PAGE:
· Grandmothers believe traditional practices and beliefs, e.g. foods, should be adhered to
      · There is conflict between the beliefs of the grandmothers’ and breastfeeding practices e.g. feeding colostrum
Rice & Naksook [19], Australia · To examine perceptions, practices and beliefs among Thai women living in Australia in relation to breastfeeding, for the development of a culturally appropriate breastfeeding program in Australia. 30 Thai women living in Melbourne, Victoria who had experienced childbirth in either their homeland, Melbourne or both. Ethnographic study Thematic analysis · Interviews with participants in their own home exploring topics around childbearing, childrearing and reproductive health. · All women believed breast milk to be best for the baby for many reasons e.g. disease prevention. Formula milk was perceived as “animal milk” which could make the child stubborn.
     · Participant observation method to allow observation and recording of women’s cultural beliefs, practices and experiences in Australia. · Breast feeding seen to have health and relationship benefits for mother
      · The majority of women upheld practices based on traditional beliefs, such as a postnatal diet.
      · There was an apparent conflict between health professionals advice and cultural beliefs
Rossiter & Yam [13], Australia · To examine Vietnamese women’s perceptions of factors that might influence their choice of infant feeding and how breastfeeding could be promoted and maintained by health professionals Convenience sample of 124 postnatal Vietnamese women who were born and reared in Vietnam and had a healthy infant born in Sydney in the 6 months before data collection Survey design collecting quantitative and qualitative data · Tape-recorded interviews in the women’s homes with semi-structured and open-ended questions which were transcribed verbatim, translated into English and coded. · The majority of mothers who breastfed knew health benefits of breastfeeding and were supported by significant others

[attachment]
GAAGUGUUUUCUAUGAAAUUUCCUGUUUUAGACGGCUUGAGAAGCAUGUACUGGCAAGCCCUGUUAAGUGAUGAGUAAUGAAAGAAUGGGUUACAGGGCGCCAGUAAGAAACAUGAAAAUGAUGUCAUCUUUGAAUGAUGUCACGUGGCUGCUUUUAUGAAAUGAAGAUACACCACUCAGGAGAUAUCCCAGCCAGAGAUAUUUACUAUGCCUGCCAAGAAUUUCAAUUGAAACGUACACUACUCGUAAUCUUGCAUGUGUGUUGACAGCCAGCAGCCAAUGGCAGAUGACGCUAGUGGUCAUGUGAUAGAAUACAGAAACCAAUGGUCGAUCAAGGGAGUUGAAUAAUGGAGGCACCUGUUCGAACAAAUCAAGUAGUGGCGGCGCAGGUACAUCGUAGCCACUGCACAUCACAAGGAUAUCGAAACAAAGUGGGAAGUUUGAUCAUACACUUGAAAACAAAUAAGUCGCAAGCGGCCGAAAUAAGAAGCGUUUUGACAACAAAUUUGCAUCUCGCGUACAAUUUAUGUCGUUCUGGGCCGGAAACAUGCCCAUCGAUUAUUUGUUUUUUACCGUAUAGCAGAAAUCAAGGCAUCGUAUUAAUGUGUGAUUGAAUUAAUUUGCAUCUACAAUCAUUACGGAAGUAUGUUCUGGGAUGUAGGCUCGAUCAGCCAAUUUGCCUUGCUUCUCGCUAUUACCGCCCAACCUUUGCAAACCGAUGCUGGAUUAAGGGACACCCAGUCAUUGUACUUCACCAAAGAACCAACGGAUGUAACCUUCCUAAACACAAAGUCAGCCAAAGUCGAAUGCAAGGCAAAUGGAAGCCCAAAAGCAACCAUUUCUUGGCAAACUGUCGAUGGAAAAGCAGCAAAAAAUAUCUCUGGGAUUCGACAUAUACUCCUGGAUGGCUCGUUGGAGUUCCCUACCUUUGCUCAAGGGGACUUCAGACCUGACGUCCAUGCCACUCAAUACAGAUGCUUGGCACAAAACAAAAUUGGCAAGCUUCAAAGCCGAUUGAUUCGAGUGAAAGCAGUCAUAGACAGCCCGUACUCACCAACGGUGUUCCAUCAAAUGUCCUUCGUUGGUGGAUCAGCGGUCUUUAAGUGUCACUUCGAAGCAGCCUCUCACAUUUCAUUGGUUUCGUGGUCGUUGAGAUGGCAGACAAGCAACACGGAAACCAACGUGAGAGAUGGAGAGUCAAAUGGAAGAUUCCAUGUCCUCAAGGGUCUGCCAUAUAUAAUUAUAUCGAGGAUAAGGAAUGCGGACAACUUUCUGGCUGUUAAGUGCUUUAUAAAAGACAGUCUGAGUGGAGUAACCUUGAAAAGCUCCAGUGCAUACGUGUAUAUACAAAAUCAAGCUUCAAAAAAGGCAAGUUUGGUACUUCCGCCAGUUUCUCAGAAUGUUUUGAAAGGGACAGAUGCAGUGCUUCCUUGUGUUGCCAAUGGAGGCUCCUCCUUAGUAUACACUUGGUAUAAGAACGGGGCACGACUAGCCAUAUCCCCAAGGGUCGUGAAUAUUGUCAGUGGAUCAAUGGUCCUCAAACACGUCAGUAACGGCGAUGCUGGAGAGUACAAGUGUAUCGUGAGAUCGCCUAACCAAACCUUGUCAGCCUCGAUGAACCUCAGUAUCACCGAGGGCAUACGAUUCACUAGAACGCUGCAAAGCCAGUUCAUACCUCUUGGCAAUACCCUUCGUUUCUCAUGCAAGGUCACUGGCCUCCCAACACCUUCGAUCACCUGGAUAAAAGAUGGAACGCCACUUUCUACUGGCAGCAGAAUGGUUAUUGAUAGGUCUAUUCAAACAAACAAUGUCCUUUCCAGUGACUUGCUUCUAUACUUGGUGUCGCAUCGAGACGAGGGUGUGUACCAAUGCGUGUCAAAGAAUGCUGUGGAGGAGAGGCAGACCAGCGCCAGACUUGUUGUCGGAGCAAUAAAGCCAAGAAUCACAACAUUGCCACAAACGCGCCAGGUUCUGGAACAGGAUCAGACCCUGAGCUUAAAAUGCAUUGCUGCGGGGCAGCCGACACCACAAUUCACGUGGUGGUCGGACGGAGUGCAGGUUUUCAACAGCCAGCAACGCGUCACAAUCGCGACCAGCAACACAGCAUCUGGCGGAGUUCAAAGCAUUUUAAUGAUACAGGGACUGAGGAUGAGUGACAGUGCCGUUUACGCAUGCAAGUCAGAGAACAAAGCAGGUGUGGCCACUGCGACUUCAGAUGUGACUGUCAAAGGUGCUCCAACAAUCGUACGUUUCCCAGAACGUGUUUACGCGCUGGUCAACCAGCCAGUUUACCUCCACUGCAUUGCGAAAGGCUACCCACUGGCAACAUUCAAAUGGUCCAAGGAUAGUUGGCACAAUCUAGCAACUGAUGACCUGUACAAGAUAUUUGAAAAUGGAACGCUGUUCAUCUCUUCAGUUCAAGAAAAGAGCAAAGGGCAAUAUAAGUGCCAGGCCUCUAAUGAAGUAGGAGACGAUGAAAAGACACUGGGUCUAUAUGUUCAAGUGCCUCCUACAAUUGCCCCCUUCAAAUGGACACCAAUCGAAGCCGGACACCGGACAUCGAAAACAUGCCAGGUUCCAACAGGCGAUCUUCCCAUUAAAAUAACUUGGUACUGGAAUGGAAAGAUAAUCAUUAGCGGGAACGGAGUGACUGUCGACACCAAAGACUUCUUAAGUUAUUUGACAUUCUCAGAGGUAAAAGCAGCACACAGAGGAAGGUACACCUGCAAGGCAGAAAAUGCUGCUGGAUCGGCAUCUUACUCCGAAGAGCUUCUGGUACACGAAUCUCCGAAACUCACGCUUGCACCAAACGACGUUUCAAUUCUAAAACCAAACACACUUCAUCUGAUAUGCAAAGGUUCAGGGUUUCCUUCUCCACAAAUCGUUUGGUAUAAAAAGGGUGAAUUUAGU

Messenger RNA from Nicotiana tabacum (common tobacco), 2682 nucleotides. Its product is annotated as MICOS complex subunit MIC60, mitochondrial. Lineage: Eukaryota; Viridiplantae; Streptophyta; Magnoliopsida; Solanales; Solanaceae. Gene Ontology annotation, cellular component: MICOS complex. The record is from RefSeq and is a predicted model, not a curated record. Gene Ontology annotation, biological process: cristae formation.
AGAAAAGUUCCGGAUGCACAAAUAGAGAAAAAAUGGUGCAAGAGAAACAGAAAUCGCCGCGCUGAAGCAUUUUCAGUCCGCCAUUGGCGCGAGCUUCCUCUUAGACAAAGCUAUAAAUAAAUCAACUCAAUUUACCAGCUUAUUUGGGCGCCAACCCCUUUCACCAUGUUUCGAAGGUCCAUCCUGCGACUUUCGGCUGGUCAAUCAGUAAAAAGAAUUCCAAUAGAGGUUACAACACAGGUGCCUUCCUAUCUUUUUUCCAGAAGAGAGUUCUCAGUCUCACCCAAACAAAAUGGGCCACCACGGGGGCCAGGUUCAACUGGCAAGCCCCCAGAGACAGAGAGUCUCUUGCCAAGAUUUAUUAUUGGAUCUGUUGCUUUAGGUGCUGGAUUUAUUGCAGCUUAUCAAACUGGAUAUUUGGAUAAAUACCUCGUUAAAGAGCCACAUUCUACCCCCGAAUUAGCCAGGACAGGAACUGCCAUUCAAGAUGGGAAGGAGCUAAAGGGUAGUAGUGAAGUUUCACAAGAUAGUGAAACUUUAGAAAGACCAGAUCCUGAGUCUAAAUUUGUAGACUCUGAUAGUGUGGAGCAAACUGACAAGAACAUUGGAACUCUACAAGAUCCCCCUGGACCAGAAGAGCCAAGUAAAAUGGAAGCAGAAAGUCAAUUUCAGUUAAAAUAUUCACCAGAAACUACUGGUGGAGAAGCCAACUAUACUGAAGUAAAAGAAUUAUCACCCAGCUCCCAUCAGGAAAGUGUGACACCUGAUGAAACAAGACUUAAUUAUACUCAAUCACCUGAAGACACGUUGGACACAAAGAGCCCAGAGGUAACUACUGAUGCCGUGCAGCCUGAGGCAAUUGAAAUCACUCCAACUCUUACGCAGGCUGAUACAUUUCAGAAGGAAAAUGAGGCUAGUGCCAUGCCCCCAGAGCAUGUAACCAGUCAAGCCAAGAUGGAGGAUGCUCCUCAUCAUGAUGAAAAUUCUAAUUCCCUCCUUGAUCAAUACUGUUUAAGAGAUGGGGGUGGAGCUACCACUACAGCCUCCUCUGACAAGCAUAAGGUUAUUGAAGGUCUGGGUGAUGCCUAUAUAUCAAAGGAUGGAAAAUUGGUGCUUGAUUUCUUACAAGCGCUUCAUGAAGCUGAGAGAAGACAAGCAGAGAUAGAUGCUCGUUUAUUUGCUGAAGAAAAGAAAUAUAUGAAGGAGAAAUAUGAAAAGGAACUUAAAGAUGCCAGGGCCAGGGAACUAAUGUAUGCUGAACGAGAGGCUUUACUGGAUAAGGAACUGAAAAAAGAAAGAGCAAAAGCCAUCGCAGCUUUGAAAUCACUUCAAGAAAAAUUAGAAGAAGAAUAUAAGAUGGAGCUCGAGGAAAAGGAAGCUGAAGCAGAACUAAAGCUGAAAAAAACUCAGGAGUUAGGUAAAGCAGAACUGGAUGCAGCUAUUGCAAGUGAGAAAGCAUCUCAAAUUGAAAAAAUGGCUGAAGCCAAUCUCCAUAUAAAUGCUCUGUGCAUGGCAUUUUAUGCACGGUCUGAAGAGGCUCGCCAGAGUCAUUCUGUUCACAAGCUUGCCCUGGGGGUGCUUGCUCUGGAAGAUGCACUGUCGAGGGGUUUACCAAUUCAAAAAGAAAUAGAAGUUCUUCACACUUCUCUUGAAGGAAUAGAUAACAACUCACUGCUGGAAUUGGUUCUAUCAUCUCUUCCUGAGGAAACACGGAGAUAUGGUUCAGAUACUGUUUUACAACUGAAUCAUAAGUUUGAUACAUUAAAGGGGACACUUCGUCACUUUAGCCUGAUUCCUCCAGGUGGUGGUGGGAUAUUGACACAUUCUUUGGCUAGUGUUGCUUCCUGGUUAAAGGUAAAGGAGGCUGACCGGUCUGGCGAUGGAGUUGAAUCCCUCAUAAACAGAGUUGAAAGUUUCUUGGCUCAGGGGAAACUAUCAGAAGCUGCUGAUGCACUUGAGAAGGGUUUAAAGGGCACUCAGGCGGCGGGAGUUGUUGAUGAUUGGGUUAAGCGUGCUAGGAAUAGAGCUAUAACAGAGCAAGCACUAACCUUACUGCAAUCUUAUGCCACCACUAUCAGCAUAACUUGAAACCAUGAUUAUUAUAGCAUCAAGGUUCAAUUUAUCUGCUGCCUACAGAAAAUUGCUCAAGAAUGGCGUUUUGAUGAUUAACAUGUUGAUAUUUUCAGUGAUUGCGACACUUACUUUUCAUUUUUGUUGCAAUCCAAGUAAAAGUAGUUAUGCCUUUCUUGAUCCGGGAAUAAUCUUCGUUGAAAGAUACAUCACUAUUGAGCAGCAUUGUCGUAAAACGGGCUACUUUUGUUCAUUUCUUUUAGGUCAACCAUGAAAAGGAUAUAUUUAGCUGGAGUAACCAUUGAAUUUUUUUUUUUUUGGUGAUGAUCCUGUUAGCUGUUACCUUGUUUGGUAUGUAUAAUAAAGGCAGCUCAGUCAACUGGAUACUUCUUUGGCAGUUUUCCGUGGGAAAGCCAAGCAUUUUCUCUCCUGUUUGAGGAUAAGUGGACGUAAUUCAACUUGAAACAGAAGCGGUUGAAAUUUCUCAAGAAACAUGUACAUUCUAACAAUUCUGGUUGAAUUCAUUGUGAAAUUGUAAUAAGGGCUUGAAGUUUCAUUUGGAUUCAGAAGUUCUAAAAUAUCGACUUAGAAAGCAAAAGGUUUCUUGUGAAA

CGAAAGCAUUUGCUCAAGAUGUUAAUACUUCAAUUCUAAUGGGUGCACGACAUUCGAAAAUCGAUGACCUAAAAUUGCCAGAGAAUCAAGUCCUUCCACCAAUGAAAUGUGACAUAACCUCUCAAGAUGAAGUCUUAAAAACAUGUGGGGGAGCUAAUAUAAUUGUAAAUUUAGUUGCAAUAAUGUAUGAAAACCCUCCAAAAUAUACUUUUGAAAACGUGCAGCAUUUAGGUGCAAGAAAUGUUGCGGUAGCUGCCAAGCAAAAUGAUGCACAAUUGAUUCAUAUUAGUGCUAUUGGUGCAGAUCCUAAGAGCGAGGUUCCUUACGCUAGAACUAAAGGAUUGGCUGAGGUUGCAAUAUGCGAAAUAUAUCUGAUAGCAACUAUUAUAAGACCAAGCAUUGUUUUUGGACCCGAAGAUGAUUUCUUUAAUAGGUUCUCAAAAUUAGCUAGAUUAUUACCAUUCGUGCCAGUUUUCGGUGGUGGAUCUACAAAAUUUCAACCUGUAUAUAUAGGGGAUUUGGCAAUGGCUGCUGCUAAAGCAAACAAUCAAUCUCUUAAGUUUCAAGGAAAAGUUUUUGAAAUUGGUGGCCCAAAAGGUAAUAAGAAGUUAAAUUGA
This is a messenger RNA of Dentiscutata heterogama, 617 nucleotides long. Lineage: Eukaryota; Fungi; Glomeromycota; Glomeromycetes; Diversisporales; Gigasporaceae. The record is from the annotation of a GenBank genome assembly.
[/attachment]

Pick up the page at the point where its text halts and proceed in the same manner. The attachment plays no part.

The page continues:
· The majority of mothers who bottle-fed believed it was more convenient and that Australian formula was as nutritious as breast milk
      · The majority of women experienced difficulties in their interaction with health professionals
Schlickau & Wilson [45], United States · To explore breastfeeding beliefs, attitudes and practices amongst immigrant Hispanic women in America Self-identified Hispanic women who participated in a “Moms and Mentors” program, who had recently relocated from Puerto Rico, Mexico and Central or South America. Ethno-nursing methods - qualitative component. Quantitative data collected to evaluate the efficacy of a model of breastfeeding education. · Interviews with broad, open-ended statements that allowed for follow-up elaboration and contrast questions in relation to breastfeeding. · Women knew they would breastfeed and it was seen as easy and convenient.
      · Breastfeeding was common practice in homeland as formula feeding isn’t promoted by hospitals
      · Some women didn’t follow traditional practices due to family influence or necessity.
      · Women liked to be informed.
Straub Melvin and Labbo [51], United States · To examine Cambodian refugee mothers’ infant feeding beliefs, practices and decision making regarding infant feeding in the US and to explore if a culturally specific breastfeeding program is appropriate for this community. Convenience sample of 9 women who had come to the US on a refugee visa, had a child between the ages of 6 months and 5 years, had lived in the US for at least 10 years, were at least 18 years old and could speak English. Exploratory study Thematic analysis · Self administered questionnaire and a 30minute tape-recorded interview. The tape recordings were transcribed and thematically analysed · All women continued to practice Cambodian traditions in the US, either food or rituals, as they were not perceived as harmful to the mother or baby
      · All women initiated breastfeeding, but 8 initiated mixed feeding in the hospital due to perceiving they had a low milk supply.
Vaughn et al. [25], United States · To determined the determinants of breastfeeding for Latina mothers in the Cincinnati area 40 Latina mothers, aged over 18years, who had babies under 4 months, were foreign born, had lived in America for less than 10 years and had tried breastfeeding at least once. Survey design collecting quantitative and qualitative data Constant comparison analysis based on grounded theory approach · Semi-structured interview and a validated Breastfeeding Self-efficiency Scale questionnaire. · Majority of mothers planned to breastfeed for at least one month and were receiving education
      · Women wanted language specific breastfeeding education and support was seen as a major influencing factor.